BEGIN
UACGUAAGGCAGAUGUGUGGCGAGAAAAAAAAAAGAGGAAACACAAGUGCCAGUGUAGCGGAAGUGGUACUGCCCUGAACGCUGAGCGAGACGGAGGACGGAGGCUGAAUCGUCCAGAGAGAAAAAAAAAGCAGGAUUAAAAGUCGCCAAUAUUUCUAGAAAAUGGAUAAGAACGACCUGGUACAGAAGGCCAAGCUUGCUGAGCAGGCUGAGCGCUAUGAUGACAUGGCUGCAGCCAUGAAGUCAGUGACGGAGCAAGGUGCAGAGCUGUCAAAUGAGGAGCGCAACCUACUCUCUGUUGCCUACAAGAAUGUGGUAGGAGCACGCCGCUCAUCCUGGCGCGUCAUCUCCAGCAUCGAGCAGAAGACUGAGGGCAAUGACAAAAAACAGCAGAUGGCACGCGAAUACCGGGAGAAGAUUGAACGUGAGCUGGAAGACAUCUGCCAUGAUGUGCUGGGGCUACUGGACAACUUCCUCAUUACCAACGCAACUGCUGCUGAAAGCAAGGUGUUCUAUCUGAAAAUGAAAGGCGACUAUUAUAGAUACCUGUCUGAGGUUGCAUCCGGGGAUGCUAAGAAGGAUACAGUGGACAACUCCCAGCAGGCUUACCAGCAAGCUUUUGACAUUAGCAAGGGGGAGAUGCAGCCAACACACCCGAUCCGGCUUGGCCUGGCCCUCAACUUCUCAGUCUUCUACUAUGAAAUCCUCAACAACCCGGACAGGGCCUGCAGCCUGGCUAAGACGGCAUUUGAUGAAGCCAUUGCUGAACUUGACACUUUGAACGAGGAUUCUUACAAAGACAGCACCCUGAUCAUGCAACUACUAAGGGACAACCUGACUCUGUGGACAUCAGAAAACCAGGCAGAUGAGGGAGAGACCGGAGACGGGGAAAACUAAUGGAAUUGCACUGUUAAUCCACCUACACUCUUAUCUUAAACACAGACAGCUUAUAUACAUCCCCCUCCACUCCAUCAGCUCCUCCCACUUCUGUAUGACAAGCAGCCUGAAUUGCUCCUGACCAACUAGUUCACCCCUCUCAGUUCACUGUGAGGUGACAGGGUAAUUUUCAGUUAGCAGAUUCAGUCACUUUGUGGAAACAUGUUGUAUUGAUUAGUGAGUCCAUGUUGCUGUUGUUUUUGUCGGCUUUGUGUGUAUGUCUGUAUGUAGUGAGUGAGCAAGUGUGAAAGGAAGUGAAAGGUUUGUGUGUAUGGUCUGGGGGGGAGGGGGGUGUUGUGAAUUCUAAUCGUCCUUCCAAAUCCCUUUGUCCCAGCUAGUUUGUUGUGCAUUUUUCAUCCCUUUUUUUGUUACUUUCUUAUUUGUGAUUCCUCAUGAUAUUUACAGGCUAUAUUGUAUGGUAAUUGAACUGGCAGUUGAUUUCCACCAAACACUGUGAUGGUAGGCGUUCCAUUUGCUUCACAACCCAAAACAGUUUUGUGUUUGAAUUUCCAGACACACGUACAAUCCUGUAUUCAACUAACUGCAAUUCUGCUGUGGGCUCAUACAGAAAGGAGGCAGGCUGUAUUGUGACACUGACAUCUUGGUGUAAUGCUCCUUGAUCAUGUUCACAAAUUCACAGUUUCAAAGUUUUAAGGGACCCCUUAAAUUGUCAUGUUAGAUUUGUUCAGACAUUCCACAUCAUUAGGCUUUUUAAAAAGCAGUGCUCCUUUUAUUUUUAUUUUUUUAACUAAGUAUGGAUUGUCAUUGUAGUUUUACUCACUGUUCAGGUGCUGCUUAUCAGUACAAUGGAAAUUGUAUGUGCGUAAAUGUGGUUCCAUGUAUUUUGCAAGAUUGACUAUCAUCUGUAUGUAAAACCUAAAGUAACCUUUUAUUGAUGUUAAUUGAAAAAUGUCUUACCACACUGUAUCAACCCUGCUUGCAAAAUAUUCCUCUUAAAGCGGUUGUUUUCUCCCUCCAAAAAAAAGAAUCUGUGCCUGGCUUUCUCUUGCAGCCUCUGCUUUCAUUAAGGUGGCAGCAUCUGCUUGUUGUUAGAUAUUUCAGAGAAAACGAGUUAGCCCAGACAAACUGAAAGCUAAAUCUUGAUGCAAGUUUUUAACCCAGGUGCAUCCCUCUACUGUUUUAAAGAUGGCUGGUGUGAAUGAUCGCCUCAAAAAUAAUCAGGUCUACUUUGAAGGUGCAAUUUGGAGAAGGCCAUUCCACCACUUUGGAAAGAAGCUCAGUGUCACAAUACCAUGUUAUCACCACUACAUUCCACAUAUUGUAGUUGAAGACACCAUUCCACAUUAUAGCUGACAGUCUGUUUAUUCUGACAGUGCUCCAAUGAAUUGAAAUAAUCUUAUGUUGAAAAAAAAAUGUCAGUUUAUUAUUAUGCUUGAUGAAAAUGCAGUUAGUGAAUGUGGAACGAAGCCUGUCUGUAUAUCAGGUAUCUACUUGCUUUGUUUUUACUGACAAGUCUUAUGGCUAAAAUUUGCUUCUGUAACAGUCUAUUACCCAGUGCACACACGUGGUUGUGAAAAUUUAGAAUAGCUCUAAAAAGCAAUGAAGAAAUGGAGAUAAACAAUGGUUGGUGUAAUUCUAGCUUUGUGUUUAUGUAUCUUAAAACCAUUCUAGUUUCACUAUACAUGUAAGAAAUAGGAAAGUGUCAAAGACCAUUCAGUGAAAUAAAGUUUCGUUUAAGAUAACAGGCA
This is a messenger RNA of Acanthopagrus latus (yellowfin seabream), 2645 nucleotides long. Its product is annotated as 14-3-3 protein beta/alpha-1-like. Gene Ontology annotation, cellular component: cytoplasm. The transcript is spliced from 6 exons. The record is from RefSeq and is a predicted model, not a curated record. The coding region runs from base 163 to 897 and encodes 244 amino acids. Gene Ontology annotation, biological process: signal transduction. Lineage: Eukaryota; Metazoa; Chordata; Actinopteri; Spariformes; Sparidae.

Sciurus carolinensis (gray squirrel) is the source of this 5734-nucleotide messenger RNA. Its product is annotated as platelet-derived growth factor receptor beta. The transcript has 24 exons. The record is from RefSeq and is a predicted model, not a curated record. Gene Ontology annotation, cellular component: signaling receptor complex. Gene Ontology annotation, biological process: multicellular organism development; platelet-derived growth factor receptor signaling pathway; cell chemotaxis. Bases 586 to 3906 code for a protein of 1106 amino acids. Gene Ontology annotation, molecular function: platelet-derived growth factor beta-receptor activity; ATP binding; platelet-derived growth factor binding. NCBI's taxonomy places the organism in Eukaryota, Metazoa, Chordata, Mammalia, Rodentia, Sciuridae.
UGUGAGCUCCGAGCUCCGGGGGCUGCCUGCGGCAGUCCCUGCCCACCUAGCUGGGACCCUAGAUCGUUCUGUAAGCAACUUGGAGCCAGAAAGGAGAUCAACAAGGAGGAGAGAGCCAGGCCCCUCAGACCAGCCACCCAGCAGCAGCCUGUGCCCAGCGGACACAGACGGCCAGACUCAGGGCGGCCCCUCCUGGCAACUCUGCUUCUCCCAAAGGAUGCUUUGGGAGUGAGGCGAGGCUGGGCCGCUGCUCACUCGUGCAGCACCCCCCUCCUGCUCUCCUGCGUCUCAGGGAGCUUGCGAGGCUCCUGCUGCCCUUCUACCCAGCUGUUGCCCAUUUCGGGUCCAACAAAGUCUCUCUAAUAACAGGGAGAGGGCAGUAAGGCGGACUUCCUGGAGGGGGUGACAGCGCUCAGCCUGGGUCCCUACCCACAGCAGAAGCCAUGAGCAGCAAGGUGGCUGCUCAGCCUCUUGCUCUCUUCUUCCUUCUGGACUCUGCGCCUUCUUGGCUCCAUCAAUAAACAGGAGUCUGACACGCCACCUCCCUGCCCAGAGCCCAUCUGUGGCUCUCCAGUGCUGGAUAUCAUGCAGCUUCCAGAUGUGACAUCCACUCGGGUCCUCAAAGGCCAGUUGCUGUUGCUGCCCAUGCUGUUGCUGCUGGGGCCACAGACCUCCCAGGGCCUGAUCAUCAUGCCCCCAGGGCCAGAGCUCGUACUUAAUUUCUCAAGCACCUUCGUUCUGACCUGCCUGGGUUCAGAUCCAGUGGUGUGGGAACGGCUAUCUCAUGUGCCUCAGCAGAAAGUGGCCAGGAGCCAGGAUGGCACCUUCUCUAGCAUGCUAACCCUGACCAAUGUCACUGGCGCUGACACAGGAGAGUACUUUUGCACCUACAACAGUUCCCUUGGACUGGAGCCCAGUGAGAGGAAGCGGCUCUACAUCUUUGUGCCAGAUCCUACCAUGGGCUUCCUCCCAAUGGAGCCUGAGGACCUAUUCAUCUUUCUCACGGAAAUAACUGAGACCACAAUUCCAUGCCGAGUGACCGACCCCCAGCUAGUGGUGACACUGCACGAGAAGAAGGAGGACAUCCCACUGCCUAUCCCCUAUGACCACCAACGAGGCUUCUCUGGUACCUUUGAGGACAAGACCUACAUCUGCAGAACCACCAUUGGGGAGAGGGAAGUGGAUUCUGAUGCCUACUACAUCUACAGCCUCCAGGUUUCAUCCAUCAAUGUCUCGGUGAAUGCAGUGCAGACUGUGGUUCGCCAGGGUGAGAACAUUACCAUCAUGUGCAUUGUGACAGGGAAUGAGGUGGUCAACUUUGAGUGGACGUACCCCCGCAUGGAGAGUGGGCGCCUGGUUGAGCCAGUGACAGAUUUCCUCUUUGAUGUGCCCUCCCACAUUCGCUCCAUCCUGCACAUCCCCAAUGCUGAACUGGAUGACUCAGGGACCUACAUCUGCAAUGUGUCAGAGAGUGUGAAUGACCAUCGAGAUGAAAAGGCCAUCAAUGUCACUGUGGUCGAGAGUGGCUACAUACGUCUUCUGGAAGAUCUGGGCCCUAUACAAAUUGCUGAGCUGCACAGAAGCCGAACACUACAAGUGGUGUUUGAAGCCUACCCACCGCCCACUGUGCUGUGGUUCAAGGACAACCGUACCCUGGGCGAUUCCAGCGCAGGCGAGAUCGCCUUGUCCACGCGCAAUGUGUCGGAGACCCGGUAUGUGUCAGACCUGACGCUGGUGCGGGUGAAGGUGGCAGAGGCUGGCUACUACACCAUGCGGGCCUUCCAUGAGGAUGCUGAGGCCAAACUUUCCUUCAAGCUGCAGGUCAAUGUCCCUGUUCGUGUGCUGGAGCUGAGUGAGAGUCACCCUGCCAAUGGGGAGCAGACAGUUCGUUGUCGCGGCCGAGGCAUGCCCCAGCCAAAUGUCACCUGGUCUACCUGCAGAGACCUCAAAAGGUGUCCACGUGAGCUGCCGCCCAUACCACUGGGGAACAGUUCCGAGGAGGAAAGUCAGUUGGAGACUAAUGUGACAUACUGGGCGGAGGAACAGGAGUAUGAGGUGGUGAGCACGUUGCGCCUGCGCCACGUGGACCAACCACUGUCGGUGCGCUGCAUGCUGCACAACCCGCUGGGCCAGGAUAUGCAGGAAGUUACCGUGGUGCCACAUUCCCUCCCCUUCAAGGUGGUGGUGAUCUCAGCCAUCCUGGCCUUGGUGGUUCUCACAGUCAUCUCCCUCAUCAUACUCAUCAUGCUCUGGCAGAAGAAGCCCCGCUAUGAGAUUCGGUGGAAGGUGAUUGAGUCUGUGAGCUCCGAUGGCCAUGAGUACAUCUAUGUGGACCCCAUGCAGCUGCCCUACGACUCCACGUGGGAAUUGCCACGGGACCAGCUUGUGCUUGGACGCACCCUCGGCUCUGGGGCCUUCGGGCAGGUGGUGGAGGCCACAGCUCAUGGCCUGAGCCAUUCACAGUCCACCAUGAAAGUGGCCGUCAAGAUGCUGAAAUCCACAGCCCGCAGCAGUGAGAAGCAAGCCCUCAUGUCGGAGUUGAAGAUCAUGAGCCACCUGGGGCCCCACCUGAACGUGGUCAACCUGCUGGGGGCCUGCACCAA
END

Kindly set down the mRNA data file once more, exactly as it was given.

UACGUAAGGCAGAUGUGUGGCGAGAAAAAAAAAAGAGGAAACACAAGUGCCAGUGUAGCGGAAGUGGUACUGCCCUGAACGCUGAGCGAGACGGAGGACGGAGGCUGAAUCGUCCAGAGAGAAAAAAAAAGCAGGAUUAAAAGUCGCCAAUAUUUCUAGAAAAUGGAUAAGAACGACCUGGUACAGAAGGCCAAGCUUGCUGAGCAGGCUGAGCGCUAUGAUGACAUGGCUGCAGCCAUGAAGUCAGUGACGGAGCAAGGUGCAGAGCUGUCAAAUGAGGAGCGCAACCUACUCUCUGUUGCCUACAAGAAUGUGGUAGGAGCACGCCGCUCAUCCUGGCGCGUCAUCUCCAGCAUCGAGCAGAAGACUGAGGGCAAUGACAAAAAACAGCAGAUGGCACGCGAAUACCGGGAGAAGAUUGAACGUGAGCUGGAAGACAUCUGCCAUGAUGUGCUGGGGCUACUGGACAACUUCCUCAUUACCAACGCAACUGCUGCUGAAAGCAAGGUGUUCUAUCUGAAAAUGAAAGGCGACUAUUAUAGAUACCUGUCUGAGGUUGCAUCCGGGGAUGCUAAGAAGGAUACAGUGGACAACUCCCAGCAGGCUUACCAGCAAGCUUUUGACAUUAGCAAGGGGGAGAUGCAGCCAACACACCCGAUCCGGCUUGGCCUGGCCCUCAACUUCUCAGUCUUCUACUAUGAAAUCCUCAACAACCCGGACAGGGCCUGCAGCCUGGCUAAGACGGCAUUUGAUGAAGCCAUUGCUGAACUUGACACUUUGAACGAGGAUUCUUACAAAGACAGCACCCUGAUCAUGCAACUACUAAGGGACAACCUGACUCUGUGGACAUCAGAAAACCAGGCAGAUGAGGGAGAGACCGGAGACGGGGAAAACUAAUGGAAUUGCACUGUUAAUCCACCUACACUCUUAUCUUAAACACAGACAGCUUAUAUACAUCCCCCUCCACUCCAUCAGCUCCUCCCACUUCUGUAUGACAAGCAGCCUGAAUUGCUCCUGACCAACUAGUUCACCCCUCUCAGUUCACUGUGAGGUGACAGGGUAAUUUUCAGUUAGCAGAUUCAGUCACUUUGUGGAAACAUGUUGUAUUGAUUAGUGAGUCCAUGUUGCUGUUGUUUUUGUCGGCUUUGUGUGUAUGUCUGUAUGUAGUGAGUGAGCAAGUGUGAAAGGAAGUGAAAGGUUUGUGUGUAUGGUCUGGGGGGGAGGGGGGUGUUGUGAAUUCUAAUCGUCCUUCCAAAUCCCUUUGUCCCAGCUAGUUUGUUGUGCAUUUUUCAUCCCUUUUUUUGUUACUUUCUUAUUUGUGAUUCCUCAUGAUAUUUACAGGCUAUAUUGUAUGGUAAUUGAACUGGCAGUUGAUUUCCACCAAACACUGUGAUGGUAGGCGUUCCAUUUGCUUCACAACCCAAAACAGUUUUGUGUUUGAAUUUCCAGACACACGUACAAUCCUGUAUUCAACUAACUGCAAUUCUGCUGUGGGCUCAUACAGAAAGGAGGCAGGCUGUAUUGUGACACUGACAUCUUGGUGUAAUGCUCCUUGAUCAUGUUCACAAAUUCACAGUUUCAAAGUUUUAAGGGACCCCUUAAAUUGUCAUGUUAGAUUUGUUCAGACAUUCCACAUCAUUAGGCUUUUUAAAAAGCAGUGCUCCUUUUAUUUUUAUUUUUUUAACUAAGUAUGGAUUGUCAUUGUAGUUUUACUCACUGUUCAGGUGCUGCUUAUCAGUACAAUGGAAAUUGUAUGUGCGUAAAUGUGGUUCCAUGUAUUUUGCAAGAUUGACUAUCAUCUGUAUGUAAAACCUAAAGUAACCUUUUAUUGAUGUUAAUUGAAAAAUGUCUUACCACACUGUAUCAACCCUGCUUGCAAAAUAUUCCUCUUAAAGCGGUUGUUUUCUCCCUCCAAAAAAAAGAAUCUGUGCCUGGCUUUCUCUUGCAGCCUCUGCUUUCAUUAAGGUGGCAGCAUCUGCUUGUUGUUAGAUAUUUCAGAGAAAACGAGUUAGCCCAGACAAACUGAAAGCUAAAUCUUGAUGCAAGUUUUUAACCCAGGUGCAUCCCUCUACUGUUUUAAAGAUGGCUGGUGUGAAUGAUCGCCUCAAAAAUAAUCAGGUCUACUUUGAAGGUGCAAUUUGGAGAAGGCCAUUCCACCACUUUGGAAAGAAGCUCAGUGUCACAAUACCAUGUUAUCACCACUACAUUCCACAUAUUGUAGUUGAAGACACCAUUCCACAUUAUAGCUGACAGUCUGUUUAUUCUGACAGUGCUCCAAUGAAUUGAAAUAAUCUUAUGUUGAAAAAAAAAUGUCAGUUUAUUAUUAUGCUUGAUGAAAAUGCAGUUAGUGAAUGUGGAACGAAGCCUGUCUGUAUAUCAGGUAUCUACUUGCUUUGUUUUUACUGACAAGUCUUAUGGCUAAAAUUUGCUUCUGUAACAGUCUAUUACCCAGUGCACACACGUGGUUGUGAAAAUUUAGAAUAGCUCUAAAAAGCAAUGAAGAAAUGGAGAUAAACAAUGGUUGGUGUAAUUCUAGCUUUGUGUUUAUGUAUCUUAAAACCAUUCUAGUUUCACUAUACAUGUAAGAAAUAGGAAAGUGUCAAAGACCAUUCAGUGAAAUAAAGUUUCGUUUAAGAUAACAGGCA
This is a messenger RNA of Acanthopagrus latus (yellowfin seabream), 2645 nucleotides long. Its product is annotated as 14-3-3 protein beta/alpha-1-like. Gene Ontology annotation, cellular component: cytoplasm. The transcript is spliced from 6 exons. The record is from RefSeq and is a predicted model, not a curated record. The coding region runs from base 163 to 897 and encodes 244 amino acids. Gene Ontology annotation, biological process: signal transduction. Lineage: Eukaryota; Metazoa; Chordata; Actinopteri; Spariformes; Sparidae.

Sciurus carolinensis (gray squirrel) is the source of this 5734-nucleotide messenger RNA. Its product is annotated as platelet-derived growth factor receptor beta. The transcript has 24 exons. The record is from RefSeq and is a predicted model, not a curated record. Gene Ontology annotation, cellular component: signaling receptor complex. Gene Ontology annotation, biological process: multicellular organism development; platelet-derived growth factor receptor signaling pathway; cell chemotaxis. Bases 586 to 3906 code for a protein of 1106 amino acids. Gene Ontology annotation, molecular function: platelet-derived growth factor beta-receptor activity; ATP binding; platelet-derived growth factor binding. NCBI's taxonomy places the organism in Eukaryota, Metazoa, Chordata, Mammalia, Rodentia, Sciuridae.
UGUGAGCUCCGAGCUCCGGGGGCUGCCUGCGGCAGUCCCUGCCCACCUAGCUGGGACCCUAGAUCGUUCUGUAAGCAACUUGGAGCCAGAAAGGAGAUCAACAAGGAGGAGAGAGCCAGGCCCCUCAGACCAGCCACCCAGCAGCAGCCUGUGCCCAGCGGACACAGACGGCCAGACUCAGGGCGGCCCCUCCUGGCAACUCUGCUUCUCCCAAAGGAUGCUUUGGGAGUGAGGCGAGGCUGGGCCGCUGCUCACUCGUGCAGCACCCCCCUCCUGCUCUCCUGCGUCUCAGGGAGCUUGCGAGGCUCCUGCUGCCCUUCUACCCAGCUGUUGCCCAUUUCGGGUCCAACAAAGUCUCUCUAAUAACAGGGAGAGGGCAGUAAGGCGGACUUCCUGGAGGGGGUGACAGCGCUCAGCCUGGGUCCCUACCCACAGCAGAAGCCAUGAGCAGCAAGGUGGCUGCUCAGCCUCUUGCUCUCUUCUUCCUUCUGGACUCUGCGCCUUCUUGGCUCCAUCAAUAAACAGGAGUCUGACACGCCACCUCCCUGCCCAGAGCCCAUCUGUGGCUCUCCAGUGCUGGAUAUCAUGCAGCUUCCAGAUGUGACAUCCACUCGGGUCCUCAAAGGCCAGUUGCUGUUGCUGCCCAUGCUGUUGCUGCUGGGGCCACAGACCUCCCAGGGCCUGAUCAUCAUGCCCCCAGGGCCAGAGCUCGUACUUAAUUUCUCAAGCACCUUCGUUCUGACCUGCCUGGGUUCAGAUCCAGUGGUGUGGGAACGGCUAUCUCAUGUGCCUCAGCAGAAAGUGGCCAGGAGCCAGGAUGGCACCUUCUCUAGCAUGCUAACCCUGACCAAUGUCACUGGCGCUGACACAGGAGAGUACUUUUGCACCUACAACAGUUCCCUUGGACUGGAGCCCAGUGAGAGGAAGCGGCUCUACAUCUUUGUGCCAGAUCCUACCAUGGGCUUCCUCCCAAUGGAGCCUGAGGACCUAUUCAUCUUUCUCACGGAAAUAACUGAGACCACAAUUCCAUGCCGAGUGACCGACCCCCAGCUAGUGGUGACACUGCACGAGAAGAAGGAGGACAUCCCACUGCCUAUCCCCUAUGACCACCAACGAGGCUUCUCUGGUACCUUUGAGGACAAGACCUACAUCUGCAGAACCACCAUUGGGGAGAGGGAAGUGGAUUCUGAUGCCUACUACAUCUACAGCCUCCAGGUUUCAUCCAUCAAUGUCUCGGUGAAUGCAGUGCAGACUGUGGUUCGCCAGGGUGAGAACAUUACCAUCAUGUGCAUUGUGACAGGGAAUGAGGUGGUCAACUUUGAGUGGACGUACCCCCGCAUGGAGAGUGGGCGCCUGGUUGAGCCAGUGACAGAUUUCCUCUUUGAUGUGCCCUCCCACAUUCGCUCCAUCCUGCACAUCCCCAAUGCUGAACUGGAUGACUCAGGGACCUACAUCUGCAAUGUGUCAGAGAGUGUGAAUGACCAUCGAGAUGAAAAGGCCAUCAAUGUCACUGUGGUCGAGAGUGGCUACAUACGUCUUCUGGAAGAUCUGGGCCCUAUACAAAUUGCUGAGCUGCACAGAAGCCGAACACUACAAGUGGUGUUUGAAGCCUACCCACCGCCCACUGUGCUGUGGUUCAAGGACAACCGUACCCUGGGCGAUUCCAGCGCAGGCGAGAUCGCCUUGUCCACGCGCAAUGUGUCGGAGACCCGGUAUGUGUCAGACCUGACGCUGGUGCGGGUGAAGGUGGCAGAGGCUGGCUACUACACCAUGCGGGCCUUCCAUGAGGAUGCUGAGGCCAAACUUUCCUUCAAGCUGCAGGUCAAUGUCCCUGUUCGUGUGCUGGAGCUGAGUGAGAGUCACCCUGCCAAUGGGGAGCAGACAGUUCGUUGUCGCGGCCGAGGCAUGCCCCAGCCAAAUGUCACCUGGUCUACCUGCAGAGACCUCAAAAGGUGUCCACGUGAGCUGCCGCCCAUACCACUGGGGAACAGUUCCGAGGAGGAAAGUCAGUUGGAGACUAAUGUGACAUACUGGGCGGAGGAACAGGAGUAUGAGGUGGUGAGCACGUUGCGCCUGCGCCACGUGGACCAACCACUGUCGGUGCGCUGCAUGCUGCACAACCCGCUGGGCCAGGAUAUGCAGGAAGUUACCGUGGUGCCACAUUCCCUCCCCUUCAAGGUGGUGGUGAUCUCAGCCAUCCUGGCCUUGGUGGUUCUCACAGUCAUCUCCCUCAUCAUACUCAUCAUGCUCUGGCAGAAGAAGCCCCGCUAUGAGAUUCGGUGGAAGGUGAUUGAGUCUGUGAGCUCCGAUGGCCAUGAGUACAUCUAUGUGGACCCCAUGCAGCUGCCCUACGACUCCACGUGGGAAUUGCCACGGGACCAGCUUGUGCUUGGACGCACCCUCGGCUCUGGGGCCUUCGGGCAGGUGGUGGAGGCCACAGCUCAUGGCCUGAGCCAUUCACAGUCCACCAUGAAAGUGGCCGUCAAGAUGCUGAAAUCCACAGCCCGCAGCAGUGAGAAGCAAGCCCUCAUGUCGGAGUUGAAGAUCAUGAGCCACCUGGGGCCCCACCUGAACGUGGUCAACCUGCUGGGGGCCUGCACCAA